Open Champ Limited in US Play

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Now heres a dilemma that is more than a little perplexing: the defending U.S. Open champion wants to get into more U.S. tournaments. But because of events of three years ago, he finds he cant.
 
Michael Campbell is a native of New Zealand, with a family of a wife and two young boys, who now lives six months of the year outside London. He plays the majority of his golf on the European Tour, but would like to possibly join the U.S. tour in 2007. He did join in 03, if you recall, and the results were disastrous.
 
Michael Campbell
U.S. fans won't get to see as much of Michael Campbell as he would like them to in 2006.
Campbell schlepped wife Julie, a 2-year-old son and 4-year-old son, to America to live out of hotels while he tried to play golf. It was an utter failure from the get-go: he missed the cut at Nissan, got by one match at the Accenture before losing, withdrew at Bay Hill and was DQd at The Players. And that was the good news ' he would miss the cut in the next six tournaments before he had had enough.
 
It was complete chaos, said Cambo, and headed back to London and a little normalcy for the wife and kids.
 
Campbell played in 11 U.S. events that year and missed the cut in every one that wasnt a major or a WGC event. He didnt think much of it when the Ponte Vedra powers-that-be looked disapprovingly on him for not playing the full 15 events as is the agreement for taking tour membership. The PGA Tour declared Campbell would be reduced to three exemptions per year (in addition to the majors and WGC events) for the next five years.
 
Then, in 2005, Campbell shocked the golfing world by winning the U.S. Open. He decided that maybe he should try to play a little more in America. But wait ' theres that thing with the tour. The tour decides to reduce his punishment from five years to three. He asks if maybe there cant be an exemption this year since he won this countrys big tournament. And he gets his answer ' no. By all means, no.
 
Campbell has already played in the Mercedes, which he got into by virtue of having won the Open last year. He is going to play at Bay Hill. And his final shot will be at The Players. After that ' its over, except for the majors and WGCs.
 
Now, Michael could rejoin the U.S. tour and play 15 events this year. But that means three additional events, three additional weeks away from his family. He doesnt want to do that. He came very close to winning Europes money ranking last year and thinks maybe this year he can do it. He would like to play 12 times in the States, adding the Memorial and Westchester to his schedule. But the tour has decreed its 10.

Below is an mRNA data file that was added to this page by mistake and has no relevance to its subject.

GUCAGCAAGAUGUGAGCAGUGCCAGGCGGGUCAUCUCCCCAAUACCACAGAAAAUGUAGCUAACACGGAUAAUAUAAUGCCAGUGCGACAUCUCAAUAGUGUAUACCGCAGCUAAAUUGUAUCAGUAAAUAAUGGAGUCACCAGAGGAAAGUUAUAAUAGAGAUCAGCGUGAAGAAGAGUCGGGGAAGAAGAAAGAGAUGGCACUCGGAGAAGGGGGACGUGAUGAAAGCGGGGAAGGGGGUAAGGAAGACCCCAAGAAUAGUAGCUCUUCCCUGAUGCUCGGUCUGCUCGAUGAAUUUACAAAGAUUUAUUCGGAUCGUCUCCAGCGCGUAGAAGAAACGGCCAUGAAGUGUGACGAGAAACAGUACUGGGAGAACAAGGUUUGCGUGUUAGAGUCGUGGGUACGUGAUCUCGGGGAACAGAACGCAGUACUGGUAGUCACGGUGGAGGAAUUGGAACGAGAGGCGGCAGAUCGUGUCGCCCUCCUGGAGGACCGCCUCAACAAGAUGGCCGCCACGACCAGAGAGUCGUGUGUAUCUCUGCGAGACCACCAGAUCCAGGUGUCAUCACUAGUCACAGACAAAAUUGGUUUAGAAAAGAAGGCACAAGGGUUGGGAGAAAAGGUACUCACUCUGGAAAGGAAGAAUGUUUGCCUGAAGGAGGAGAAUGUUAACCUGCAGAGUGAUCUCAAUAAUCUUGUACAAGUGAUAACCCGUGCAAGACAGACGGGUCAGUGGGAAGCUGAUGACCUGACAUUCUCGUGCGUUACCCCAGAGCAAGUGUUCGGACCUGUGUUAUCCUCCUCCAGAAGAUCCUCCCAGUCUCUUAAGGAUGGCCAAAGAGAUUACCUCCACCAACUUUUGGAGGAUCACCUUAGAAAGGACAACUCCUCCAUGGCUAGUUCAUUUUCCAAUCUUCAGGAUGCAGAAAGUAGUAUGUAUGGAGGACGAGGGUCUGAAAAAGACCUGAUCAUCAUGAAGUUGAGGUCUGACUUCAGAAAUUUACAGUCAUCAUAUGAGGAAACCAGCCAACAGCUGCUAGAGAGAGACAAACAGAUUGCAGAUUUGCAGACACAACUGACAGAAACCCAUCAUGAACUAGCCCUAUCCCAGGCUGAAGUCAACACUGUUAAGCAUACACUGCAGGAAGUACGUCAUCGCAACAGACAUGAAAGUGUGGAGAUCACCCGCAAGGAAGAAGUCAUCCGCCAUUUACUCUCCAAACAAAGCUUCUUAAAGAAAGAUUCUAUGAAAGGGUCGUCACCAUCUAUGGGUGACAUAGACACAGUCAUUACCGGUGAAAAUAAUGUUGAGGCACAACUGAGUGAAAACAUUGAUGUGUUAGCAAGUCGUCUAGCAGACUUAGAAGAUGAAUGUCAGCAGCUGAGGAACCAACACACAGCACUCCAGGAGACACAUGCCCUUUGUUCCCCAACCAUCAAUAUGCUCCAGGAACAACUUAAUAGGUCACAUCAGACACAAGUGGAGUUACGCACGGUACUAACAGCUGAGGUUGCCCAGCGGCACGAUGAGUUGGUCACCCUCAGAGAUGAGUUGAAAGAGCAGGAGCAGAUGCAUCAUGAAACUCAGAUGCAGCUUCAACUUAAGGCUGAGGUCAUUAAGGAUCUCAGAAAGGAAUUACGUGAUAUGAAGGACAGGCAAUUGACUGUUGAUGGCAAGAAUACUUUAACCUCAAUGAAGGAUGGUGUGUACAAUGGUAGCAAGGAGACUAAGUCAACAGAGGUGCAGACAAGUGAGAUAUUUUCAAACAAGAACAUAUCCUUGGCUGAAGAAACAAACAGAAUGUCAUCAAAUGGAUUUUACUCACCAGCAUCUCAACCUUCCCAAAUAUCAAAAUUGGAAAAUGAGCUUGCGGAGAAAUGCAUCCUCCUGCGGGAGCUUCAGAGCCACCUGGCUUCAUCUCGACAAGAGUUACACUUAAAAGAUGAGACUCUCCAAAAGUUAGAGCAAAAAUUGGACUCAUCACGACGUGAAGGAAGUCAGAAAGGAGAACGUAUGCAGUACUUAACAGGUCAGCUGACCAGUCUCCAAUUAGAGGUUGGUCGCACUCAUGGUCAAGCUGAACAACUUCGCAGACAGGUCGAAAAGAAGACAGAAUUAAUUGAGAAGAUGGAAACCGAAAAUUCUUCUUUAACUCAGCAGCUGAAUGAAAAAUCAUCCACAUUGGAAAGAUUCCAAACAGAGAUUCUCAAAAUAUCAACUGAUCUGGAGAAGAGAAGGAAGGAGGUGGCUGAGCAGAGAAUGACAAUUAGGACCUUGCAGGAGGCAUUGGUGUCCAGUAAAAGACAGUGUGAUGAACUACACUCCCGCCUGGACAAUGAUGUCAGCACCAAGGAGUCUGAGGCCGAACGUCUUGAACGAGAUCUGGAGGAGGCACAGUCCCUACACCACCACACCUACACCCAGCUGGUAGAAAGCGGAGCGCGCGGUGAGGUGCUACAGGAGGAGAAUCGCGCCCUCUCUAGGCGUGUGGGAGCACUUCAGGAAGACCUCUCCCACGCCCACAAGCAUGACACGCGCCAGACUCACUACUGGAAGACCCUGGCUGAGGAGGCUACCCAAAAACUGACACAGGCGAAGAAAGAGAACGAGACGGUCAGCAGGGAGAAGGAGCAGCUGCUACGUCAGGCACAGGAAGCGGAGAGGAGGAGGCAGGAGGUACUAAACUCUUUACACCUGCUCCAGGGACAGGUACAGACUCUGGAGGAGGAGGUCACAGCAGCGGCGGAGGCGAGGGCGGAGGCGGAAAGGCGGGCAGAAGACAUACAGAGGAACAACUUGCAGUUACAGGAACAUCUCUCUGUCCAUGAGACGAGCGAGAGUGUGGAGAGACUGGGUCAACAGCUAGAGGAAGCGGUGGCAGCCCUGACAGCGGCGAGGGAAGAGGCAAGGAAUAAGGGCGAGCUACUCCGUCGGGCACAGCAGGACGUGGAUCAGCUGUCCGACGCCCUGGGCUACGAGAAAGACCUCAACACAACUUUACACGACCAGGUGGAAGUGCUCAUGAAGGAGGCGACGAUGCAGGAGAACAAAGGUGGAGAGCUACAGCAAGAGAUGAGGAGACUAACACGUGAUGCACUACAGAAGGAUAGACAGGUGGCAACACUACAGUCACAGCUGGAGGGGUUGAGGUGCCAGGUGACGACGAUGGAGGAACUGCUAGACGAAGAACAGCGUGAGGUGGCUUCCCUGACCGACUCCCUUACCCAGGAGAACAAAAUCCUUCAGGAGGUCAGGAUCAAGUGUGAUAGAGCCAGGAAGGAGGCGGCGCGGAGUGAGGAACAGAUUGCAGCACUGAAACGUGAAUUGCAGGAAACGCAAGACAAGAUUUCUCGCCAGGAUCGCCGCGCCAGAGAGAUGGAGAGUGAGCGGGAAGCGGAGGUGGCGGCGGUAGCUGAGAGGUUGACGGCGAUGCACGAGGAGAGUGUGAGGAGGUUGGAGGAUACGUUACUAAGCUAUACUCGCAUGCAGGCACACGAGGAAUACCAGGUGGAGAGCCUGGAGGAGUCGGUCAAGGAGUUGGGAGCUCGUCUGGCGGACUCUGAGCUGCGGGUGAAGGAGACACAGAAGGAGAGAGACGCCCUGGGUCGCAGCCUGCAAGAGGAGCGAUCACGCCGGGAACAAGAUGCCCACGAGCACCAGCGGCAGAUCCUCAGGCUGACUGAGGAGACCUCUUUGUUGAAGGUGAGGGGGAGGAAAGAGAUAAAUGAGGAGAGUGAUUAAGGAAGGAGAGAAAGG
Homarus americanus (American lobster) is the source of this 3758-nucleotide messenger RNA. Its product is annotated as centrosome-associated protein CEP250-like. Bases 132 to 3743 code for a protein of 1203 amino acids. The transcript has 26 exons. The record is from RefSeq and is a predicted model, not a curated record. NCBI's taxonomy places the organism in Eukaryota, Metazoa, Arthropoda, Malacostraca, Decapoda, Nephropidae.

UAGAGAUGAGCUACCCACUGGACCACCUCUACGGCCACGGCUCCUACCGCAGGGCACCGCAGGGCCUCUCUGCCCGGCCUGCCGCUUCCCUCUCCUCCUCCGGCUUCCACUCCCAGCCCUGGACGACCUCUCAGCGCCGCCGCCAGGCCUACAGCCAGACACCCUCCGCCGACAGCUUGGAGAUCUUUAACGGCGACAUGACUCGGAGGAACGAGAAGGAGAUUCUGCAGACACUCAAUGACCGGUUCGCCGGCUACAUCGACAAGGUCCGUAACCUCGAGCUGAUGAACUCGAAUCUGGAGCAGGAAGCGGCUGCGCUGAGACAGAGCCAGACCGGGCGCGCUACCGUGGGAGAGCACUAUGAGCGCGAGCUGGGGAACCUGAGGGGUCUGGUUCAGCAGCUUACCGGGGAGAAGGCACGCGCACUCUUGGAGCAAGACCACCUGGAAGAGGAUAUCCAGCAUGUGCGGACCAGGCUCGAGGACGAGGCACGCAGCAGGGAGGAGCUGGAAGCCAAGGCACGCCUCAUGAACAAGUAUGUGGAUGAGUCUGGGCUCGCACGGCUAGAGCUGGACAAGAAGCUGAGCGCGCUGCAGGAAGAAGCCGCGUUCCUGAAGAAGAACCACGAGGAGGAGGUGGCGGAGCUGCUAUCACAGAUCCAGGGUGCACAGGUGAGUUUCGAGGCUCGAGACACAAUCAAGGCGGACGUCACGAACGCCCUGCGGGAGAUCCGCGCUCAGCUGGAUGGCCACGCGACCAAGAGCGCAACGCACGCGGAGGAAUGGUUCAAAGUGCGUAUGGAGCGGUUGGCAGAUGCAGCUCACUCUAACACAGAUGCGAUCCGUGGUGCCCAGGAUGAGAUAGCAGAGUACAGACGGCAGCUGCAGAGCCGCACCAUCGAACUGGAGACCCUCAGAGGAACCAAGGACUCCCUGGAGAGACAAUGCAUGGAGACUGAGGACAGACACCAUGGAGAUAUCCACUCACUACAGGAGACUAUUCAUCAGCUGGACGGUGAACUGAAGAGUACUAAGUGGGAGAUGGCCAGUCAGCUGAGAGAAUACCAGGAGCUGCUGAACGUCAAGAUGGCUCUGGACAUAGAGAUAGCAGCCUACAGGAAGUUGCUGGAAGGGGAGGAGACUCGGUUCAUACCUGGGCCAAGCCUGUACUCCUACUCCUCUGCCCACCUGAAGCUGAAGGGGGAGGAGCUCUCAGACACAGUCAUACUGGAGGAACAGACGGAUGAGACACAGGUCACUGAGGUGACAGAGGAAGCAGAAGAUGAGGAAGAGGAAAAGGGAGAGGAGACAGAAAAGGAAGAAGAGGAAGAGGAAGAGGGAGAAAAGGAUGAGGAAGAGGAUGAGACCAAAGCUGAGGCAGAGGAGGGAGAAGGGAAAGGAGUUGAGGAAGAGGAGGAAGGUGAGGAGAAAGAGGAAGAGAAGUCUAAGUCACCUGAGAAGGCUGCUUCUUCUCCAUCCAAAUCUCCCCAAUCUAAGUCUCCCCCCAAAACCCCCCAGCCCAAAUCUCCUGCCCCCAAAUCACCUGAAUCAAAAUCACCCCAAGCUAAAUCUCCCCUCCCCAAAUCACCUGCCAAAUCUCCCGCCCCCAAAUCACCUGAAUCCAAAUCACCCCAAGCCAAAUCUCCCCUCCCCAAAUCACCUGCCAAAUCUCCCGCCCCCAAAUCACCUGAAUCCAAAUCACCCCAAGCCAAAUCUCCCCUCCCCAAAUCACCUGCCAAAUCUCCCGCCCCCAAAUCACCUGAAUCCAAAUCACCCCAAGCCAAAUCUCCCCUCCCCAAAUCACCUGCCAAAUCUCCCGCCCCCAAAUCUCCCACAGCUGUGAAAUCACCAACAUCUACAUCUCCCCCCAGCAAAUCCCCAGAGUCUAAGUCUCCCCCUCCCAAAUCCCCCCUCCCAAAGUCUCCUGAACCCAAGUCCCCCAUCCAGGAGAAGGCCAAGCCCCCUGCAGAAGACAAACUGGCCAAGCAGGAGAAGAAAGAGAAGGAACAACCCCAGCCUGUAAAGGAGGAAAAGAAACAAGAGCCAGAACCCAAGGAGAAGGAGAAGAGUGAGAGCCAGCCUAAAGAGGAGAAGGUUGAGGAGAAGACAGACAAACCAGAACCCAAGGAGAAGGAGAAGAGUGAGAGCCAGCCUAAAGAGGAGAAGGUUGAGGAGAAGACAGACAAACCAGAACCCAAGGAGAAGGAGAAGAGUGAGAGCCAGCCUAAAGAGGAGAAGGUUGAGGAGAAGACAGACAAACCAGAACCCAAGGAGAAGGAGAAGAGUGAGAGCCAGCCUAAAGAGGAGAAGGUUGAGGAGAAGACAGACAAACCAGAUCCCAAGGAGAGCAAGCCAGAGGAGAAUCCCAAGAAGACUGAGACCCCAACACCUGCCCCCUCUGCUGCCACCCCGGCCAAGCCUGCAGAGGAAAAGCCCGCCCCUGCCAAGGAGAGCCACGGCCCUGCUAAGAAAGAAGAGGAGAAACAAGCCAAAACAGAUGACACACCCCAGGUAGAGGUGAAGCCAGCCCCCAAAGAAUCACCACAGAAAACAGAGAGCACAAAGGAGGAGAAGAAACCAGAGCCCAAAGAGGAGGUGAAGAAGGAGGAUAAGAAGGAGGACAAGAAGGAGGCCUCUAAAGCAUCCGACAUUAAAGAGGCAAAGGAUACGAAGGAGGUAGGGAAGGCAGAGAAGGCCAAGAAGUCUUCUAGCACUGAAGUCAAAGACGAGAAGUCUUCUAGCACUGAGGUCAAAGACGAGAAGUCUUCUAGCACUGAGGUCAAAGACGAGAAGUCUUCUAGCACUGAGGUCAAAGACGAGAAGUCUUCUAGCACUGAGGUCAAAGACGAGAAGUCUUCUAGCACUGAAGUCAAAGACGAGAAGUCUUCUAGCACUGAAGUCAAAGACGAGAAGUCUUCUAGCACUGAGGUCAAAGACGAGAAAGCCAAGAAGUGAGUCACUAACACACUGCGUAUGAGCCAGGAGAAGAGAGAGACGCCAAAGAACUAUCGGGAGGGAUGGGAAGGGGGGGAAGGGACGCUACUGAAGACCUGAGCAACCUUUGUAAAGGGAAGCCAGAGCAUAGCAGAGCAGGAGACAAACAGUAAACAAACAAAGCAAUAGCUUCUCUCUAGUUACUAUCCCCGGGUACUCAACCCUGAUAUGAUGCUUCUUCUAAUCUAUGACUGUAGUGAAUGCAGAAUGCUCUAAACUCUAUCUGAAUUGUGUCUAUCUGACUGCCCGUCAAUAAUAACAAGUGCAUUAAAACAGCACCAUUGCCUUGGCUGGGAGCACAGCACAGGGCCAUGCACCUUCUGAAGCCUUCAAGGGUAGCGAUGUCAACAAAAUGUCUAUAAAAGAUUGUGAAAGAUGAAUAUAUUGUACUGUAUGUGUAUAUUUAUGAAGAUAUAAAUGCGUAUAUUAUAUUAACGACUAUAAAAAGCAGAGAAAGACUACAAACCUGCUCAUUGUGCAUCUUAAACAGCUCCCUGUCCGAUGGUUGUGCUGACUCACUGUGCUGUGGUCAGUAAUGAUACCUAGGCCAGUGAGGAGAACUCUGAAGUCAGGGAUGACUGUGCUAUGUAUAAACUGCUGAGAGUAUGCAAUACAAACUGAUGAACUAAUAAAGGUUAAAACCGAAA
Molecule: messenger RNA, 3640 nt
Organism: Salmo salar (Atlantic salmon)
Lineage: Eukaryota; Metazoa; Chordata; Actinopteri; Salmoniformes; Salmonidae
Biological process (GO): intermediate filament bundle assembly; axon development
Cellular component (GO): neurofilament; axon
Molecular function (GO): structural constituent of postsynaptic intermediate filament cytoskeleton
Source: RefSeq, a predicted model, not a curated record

So many events in America have requested his presence, he said in discussing his situation at the Johnnie Walker event in Australia last week. Byron Nelson, Jack's tournament (Memorial), Colonial, Doral, Honda, Barclays - the list goes on and on, he said. But, to each inquiry, he was compelled to say that his supply of acceptances had already been exhausted.
 
Each year, these problems with international players seem to arise. In the beginning, there was a big to-do with Seve Ballesteros, then Bernhard Langer and Nick Faldo. Greg Norman has had several squabbles. Last year it was Ernie Els and Retief Goosen and Adam Scott.
 
The tour backed down a little on Els. Before that, they had insisted on internationals playing 20 tour events in order to get the number of releases needed to play elsewhere. Ernie got the number reduced down to a more equitable 15. But this year, there are the same old problems that seem never to end.
 
Sometimes I feel like my wings are being clipped a little bit, said Campbell. Obviously what I did three years ago, not competing in my 15 events on the U.S. tour, has really suffered my 2006 schedule, really. It's a shame.
 
On the other hand, Campbell concedes that he knows why he is suffering now for 2003. I know that rules are there for a reason, he says. I know that for a fact. Rules and regulations are there to protect the game. I can't change that.
 
Still, Campbell has been overwhelmed by the people of the U.S. since his victory at Pinehurst. The exposure I've had in America is wonderful and the people in America are wonderful, he said. The support I've had from America is great. The players there are great. The golf courses, it's the major stage of golf and I would love to play two more extra tournaments there.

Campbell says he has spoken with the PGA Tour about his situation. I said to them: What happens if Jack Nicklaus writes a letter and says, Michael, please come to play my tournament. I would love to play his tournament. I'd love to play the Memorial I say, well, I can't because of my status. It's a shame it's come to this.
 
He mentioned his problem to Tim Finchem at the NEC, and Finchem told him that the two should talk further in a month. But Finchem hasnt as yet followed up, and Cambo is left twisting in the wind.
 
Goosen is quite vocal about the Campbell issue.
 
At the end of the day, it's Finchem's loss, said Goosen. Cambo's, as well. But it's Finchem's loss not allowing Cambo to make an exemption to play in more events, and everybody else to go with it. They (the American sponsors) would like to have the U.S. Open champion play there.
 
Should the PGA Tour back down? Its a tough question ' make allowances for one player, regardless of whom it is, regardless of the circumstance, and then that exemption becomes a precedent. And the next time it will be that much harder to justify your decisions.
 
On the other hand, it is a pity that Campbell has to forfeit his exposure in the States. But 2003, regardless of how difficult it was, was a huge black mark. He wishes now, as do so many others in the U.S., that it had never happened. But thanks to his own psyche and his familys welfare, happen it did. And the consequences are huge.
 
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